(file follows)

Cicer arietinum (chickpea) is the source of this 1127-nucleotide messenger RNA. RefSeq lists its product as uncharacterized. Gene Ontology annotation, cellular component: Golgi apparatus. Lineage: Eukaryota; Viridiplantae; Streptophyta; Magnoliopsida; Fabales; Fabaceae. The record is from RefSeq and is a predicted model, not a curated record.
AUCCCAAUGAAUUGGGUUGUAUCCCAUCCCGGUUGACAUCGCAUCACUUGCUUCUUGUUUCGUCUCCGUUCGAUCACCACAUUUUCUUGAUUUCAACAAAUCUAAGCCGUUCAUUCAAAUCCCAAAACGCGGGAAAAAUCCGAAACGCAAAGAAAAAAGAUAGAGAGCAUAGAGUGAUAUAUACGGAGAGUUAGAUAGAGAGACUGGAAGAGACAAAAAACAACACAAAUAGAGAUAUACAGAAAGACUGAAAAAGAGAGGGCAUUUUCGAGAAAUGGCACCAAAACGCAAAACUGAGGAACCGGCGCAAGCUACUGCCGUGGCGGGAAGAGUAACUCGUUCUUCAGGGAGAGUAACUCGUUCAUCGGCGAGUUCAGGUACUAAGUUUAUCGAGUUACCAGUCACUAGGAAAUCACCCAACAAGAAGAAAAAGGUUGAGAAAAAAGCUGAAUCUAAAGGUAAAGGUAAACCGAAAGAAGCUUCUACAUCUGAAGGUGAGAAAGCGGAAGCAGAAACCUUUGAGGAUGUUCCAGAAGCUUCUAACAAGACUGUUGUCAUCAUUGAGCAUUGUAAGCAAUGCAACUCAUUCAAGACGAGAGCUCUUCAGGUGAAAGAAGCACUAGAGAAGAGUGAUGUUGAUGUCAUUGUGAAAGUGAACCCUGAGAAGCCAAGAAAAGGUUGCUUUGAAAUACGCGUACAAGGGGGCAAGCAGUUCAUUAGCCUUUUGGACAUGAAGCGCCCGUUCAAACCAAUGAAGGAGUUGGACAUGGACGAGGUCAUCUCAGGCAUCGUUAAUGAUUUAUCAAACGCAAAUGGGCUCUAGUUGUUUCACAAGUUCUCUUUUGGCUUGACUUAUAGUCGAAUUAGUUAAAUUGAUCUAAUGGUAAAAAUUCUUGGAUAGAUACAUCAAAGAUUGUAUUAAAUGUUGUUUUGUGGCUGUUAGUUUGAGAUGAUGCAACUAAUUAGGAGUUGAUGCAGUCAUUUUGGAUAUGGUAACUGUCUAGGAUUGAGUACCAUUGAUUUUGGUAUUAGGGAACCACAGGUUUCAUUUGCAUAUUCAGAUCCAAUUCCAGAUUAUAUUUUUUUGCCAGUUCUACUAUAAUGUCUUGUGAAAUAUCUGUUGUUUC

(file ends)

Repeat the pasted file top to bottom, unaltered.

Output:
Cicer arietinum (chickpea) is the source of this 1127-nucleotide messenger RNA. RefSeq lists its product as uncharacterized. Gene Ontology annotation, cellular component: Golgi apparatus. Lineage: Eukaryota; Viridiplantae; Streptophyta; Magnoliopsida; Fabales; Fabaceae. The record is from RefSeq and is a predicted model, not a curated record.
AUCCCAAUGAAUUGGGUUGUAUCCCAUCCCGGUUGACAUCGCAUCACUUGCUUCUUGUUUCGUCUCCGUUCGAUCACCACAUUUUCUUGAUUUCAACAAAUCUAAGCCGUUCAUUCAAAUCCCAAAACGCGGGAAAAAUCCGAAACGCAAAGAAAAAAGAUAGAGAGCAUAGAGUGAUAUAUACGGAGAGUUAGAUAGAGAGACUGGAAGAGACAAAAAACAACACAAAUAGAGAUAUACAGAAAGACUGAAAAAGAGAGGGCAUUUUCGAGAAAUGGCACCAAAACGCAAAACUGAGGAACCGGCGCAAGCUACUGCCGUGGCGGGAAGAGUAACUCGUUCUUCAGGGAGAGUAACUCGUUCAUCGGCGAGUUCAGGUACUAAGUUUAUCGAGUUACCAGUCACUAGGAAAUCACCCAACAAGAAGAAAAAGGUUGAGAAAAAAGCUGAAUCUAAAGGUAAAGGUAAACCGAAAGAAGCUUCUACAUCUGAAGGUGAGAAAGCGGAAGCAGAAACCUUUGAGGAUGUUCCAGAAGCUUCUAACAAGACUGUUGUCAUCAUUGAGCAUUGUAAGCAAUGCAACUCAUUCAAGACGAGAGCUCUUCAGGUGAAAGAAGCACUAGAGAAGAGUGAUGUUGAUGUCAUUGUGAAAGUGAACCCUGAGAAGCCAAGAAAAGGUUGCUUUGAAAUACGCGUACAAGGGGGCAAGCAGUUCAUUAGCCUUUUGGACAUGAAGCGCCCGUUCAAACCAAUGAAGGAGUUGGACAUGGACGAGGUCAUCUCAGGCAUCGUUAAUGAUUUAUCAAACGCAAAUGGGCUCUAGUUGUUUCACAAGUUCUCUUUUGGCUUGACUUAUAGUCGAAUUAGUUAAAUUGAUCUAAUGGUAAAAAUUCUUGGAUAGAUACAUCAAAGAUUGUAUUAAAUGUUGUUUUGUGGCUGUUAGUUUGAGAUGAUGCAACUAAUUAGGAGUUGAUGCAGUCAUUUUGGAUAUGGUAACUGUCUAGGAUUGAGUACCAUUGAUUUUGGUAUUAGGGAACCACAGGUUUCAUUUGCAUAUUCAGAUCCAAUUCCAGAUUAUAUUUUUUUGCCAGUUCUACUAUAAUGUCUUGUGAAAUAUCUGUUGUUUC